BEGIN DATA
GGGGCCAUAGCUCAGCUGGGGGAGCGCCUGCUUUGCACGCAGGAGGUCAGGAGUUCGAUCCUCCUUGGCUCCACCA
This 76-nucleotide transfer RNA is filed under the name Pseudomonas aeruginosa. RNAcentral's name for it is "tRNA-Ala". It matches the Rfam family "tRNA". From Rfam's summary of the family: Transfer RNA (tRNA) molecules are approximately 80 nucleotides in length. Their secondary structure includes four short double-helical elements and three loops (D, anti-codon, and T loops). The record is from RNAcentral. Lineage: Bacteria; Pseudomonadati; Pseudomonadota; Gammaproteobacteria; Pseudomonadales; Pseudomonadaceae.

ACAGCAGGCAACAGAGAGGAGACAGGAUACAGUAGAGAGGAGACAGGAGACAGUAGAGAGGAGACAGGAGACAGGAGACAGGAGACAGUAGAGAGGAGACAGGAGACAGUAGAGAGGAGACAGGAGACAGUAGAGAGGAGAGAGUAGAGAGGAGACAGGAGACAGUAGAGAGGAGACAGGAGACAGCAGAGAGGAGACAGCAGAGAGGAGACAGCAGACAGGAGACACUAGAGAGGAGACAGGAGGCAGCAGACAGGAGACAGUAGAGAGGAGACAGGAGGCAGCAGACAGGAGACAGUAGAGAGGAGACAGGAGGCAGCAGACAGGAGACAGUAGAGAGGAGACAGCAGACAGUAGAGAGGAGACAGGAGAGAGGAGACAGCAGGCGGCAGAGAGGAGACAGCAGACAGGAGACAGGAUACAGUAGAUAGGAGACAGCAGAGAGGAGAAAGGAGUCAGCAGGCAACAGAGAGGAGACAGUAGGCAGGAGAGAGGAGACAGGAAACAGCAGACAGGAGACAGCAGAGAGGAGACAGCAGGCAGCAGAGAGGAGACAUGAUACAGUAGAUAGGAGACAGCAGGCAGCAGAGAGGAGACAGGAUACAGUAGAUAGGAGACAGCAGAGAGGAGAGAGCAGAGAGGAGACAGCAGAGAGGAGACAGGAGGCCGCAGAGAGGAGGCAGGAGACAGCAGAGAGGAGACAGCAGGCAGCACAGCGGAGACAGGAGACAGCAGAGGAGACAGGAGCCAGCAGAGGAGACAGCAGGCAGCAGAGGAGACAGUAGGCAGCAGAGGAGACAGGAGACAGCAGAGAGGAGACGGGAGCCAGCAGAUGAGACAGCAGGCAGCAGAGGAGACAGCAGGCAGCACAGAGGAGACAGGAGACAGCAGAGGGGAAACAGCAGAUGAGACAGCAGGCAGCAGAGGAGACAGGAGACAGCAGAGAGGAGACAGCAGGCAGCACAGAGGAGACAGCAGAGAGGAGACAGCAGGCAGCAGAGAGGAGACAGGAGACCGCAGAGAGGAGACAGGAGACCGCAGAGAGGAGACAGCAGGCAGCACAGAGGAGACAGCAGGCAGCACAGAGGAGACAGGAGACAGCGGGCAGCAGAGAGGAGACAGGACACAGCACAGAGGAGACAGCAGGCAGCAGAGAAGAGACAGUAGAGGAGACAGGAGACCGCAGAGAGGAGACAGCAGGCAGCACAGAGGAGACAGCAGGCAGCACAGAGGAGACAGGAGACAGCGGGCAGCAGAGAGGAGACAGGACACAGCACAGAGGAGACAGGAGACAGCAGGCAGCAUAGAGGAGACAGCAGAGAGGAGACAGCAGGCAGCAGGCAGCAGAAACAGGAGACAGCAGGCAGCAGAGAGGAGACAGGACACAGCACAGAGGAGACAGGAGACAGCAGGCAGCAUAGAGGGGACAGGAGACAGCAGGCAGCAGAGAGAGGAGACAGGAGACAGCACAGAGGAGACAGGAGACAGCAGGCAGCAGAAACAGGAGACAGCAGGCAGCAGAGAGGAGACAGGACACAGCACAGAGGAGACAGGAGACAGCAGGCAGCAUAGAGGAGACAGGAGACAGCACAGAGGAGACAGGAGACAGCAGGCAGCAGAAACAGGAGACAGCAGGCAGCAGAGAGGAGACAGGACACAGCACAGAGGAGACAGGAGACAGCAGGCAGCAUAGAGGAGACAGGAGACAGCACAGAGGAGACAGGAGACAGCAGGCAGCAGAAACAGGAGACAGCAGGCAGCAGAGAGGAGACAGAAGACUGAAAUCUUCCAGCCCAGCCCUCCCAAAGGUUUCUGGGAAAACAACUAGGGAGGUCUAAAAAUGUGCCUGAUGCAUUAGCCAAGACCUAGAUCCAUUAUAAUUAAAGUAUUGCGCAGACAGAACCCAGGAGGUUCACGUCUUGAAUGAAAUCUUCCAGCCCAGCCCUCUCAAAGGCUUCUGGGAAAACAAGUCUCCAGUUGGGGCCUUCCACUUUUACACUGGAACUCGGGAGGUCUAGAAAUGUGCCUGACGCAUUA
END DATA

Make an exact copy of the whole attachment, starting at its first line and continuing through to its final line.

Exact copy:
GGGGCCAUAGCUCAGCUGGGGGAGCGCCUGCUUUGCACGCAGGAGGUCAGGAGUUCGAUCCUCCUUGGCUCCACCA
This 76-nucleotide transfer RNA is filed under the name Pseudomonas aeruginosa. RNAcentral's name for it is "tRNA-Ala". It matches the Rfam family "tRNA". From Rfam's summary of the family: Transfer RNA (tRNA) molecules are approximately 80 nucleotides in length. Their secondary structure includes four short double-helical elements and three loops (D, anti-codon, and T loops). The record is from RNAcentral. Lineage: Bacteria; Pseudomonadati; Pseudomonadota; Gammaproteobacteria; Pseudomonadales; Pseudomonadaceae.

ACAGCAGGCAACAGAGAGGAGACAGGAUACAGUAGAGAGGAGACAGGAGACAGUAGAGAGGAGACAGGAGACAGGAGACAGGAGACAGUAGAGAGGAGACAGGAGACAGUAGAGAGGAGACAGGAGACAGUAGAGAGGAGAGAGUAGAGAGGAGACAGGAGACAGUAGAGAGGAGACAGGAGACAGCAGAGAGGAGACAGCAGAGAGGAGACAGCAGACAGGAGACACUAGAGAGGAGACAGGAGGCAGCAGACAGGAGACAGUAGAGAGGAGACAGGAGGCAGCAGACAGGAGACAGUAGAGAGGAGACAGGAGGCAGCAGACAGGAGACAGUAGAGAGGAGACAGCAGACAGUAGAGAGGAGACAGGAGAGAGGAGACAGCAGGCGGCAGAGAGGAGACAGCAGACAGGAGACAGGAUACAGUAGAUAGGAGACAGCAGAGAGGAGAAAGGAGUCAGCAGGCAACAGAGAGGAGACAGUAGGCAGGAGAGAGGAGACAGGAAACAGCAGACAGGAGACAGCAGAGAGGAGACAGCAGGCAGCAGAGAGGAGACAUGAUACAGUAGAUAGGAGACAGCAGGCAGCAGAGAGGAGACAGGAUACAGUAGAUAGGAGACAGCAGAGAGGAGAGAGCAGAGAGGAGACAGCAGAGAGGAGACAGGAGGCCGCAGAGAGGAGGCAGGAGACAGCAGAGAGGAGACAGCAGGCAGCACAGCGGAGACAGGAGACAGCAGAGGAGACAGGAGCCAGCAGAGGAGACAGCAGGCAGCAGAGGAGACAGUAGGCAGCAGAGGAGACAGGAGACAGCAGAGAGGAGACGGGAGCCAGCAGAUGAGACAGCAGGCAGCAGAGGAGACAGCAGGCAGCACAGAGGAGACAGGAGACAGCAGAGGGGAAACAGCAGAUGAGACAGCAGGCAGCAGAGGAGACAGGAGACAGCAGAGAGGAGACAGCAGGCAGCACAGAGGAGACAGCAGAGAGGAGACAGCAGGCAGCAGAGAGGAGACAGGAGACCGCAGAGAGGAGACAGGAGACCGCAGAGAGGAGACAGCAGGCAGCACAGAGGAGACAGCAGGCAGCACAGAGGAGACAGGAGACAGCGGGCAGCAGAGAGGAGACAGGACACAGCACAGAGGAGACAGCAGGCAGCAGAGAAGAGACAGUAGAGGAGACAGGAGACCGCAGAGAGGAGACAGCAGGCAGCACAGAGGAGACAGCAGGCAGCACAGAGGAGACAGGAGACAGCGGGCAGCAGAGAGGAGACAGGACACAGCACAGAGGAGACAGGAGACAGCAGGCAGCAUAGAGGAGACAGCAGAGAGGAGACAGCAGGCAGCAGGCAGCAGAAACAGGAGACAGCAGGCAGCAGAGAGGAGACAGGACACAGCACAGAGGAGACAGGAGACAGCAGGCAGCAUAGAGGGGACAGGAGACAGCAGGCAGCAGAGAGAGGAGACAGGAGACAGCACAGAGGAGACAGGAGACAGCAGGCAGCAGAAACAGGAGACAGCAGGCAGCAGAGAGGAGACAGGACACAGCACAGAGGAGACAGGAGACAGCAGGCAGCAUAGAGGAGACAGGAGACAGCACAGAGGAGACAGGAGACAGCAGGCAGCAGAAACAGGAGACAGCAGGCAGCAGAGAGGAGACAGGACACAGCACAGAGGAGACAGGAGACAGCAGGCAGCAUAGAGGAGACAGGAGACAGCACAGAGGAGACAGGAGACAGCAGGCAGCAGAAACAGGAGACAGCAGGCAGCAGAGAGGAGACAGAAGACUGAAAUCUUCCAGCCCAGCCCUCCCAAAGGUUUCUGGGAAAACAACUAGGGAGGUCUAAAAAUGUGCCUGAUGCAUUAGCCAAGACCUAGAUCCAUUAUAAUUAAAGUAUUGCGCAGACAGAACCCAGGAGGUUCACGUCUUGAAUGAAAUCUUCCAGCCCAGCCCUCUCAAAGGCUUCUGGGAAAACAAGUCUCCAGUUGGGGCCUUCCACUUUUACACUGGAACUCGGGAGGUCUAGAAAUGUGCCUGACGCAUUA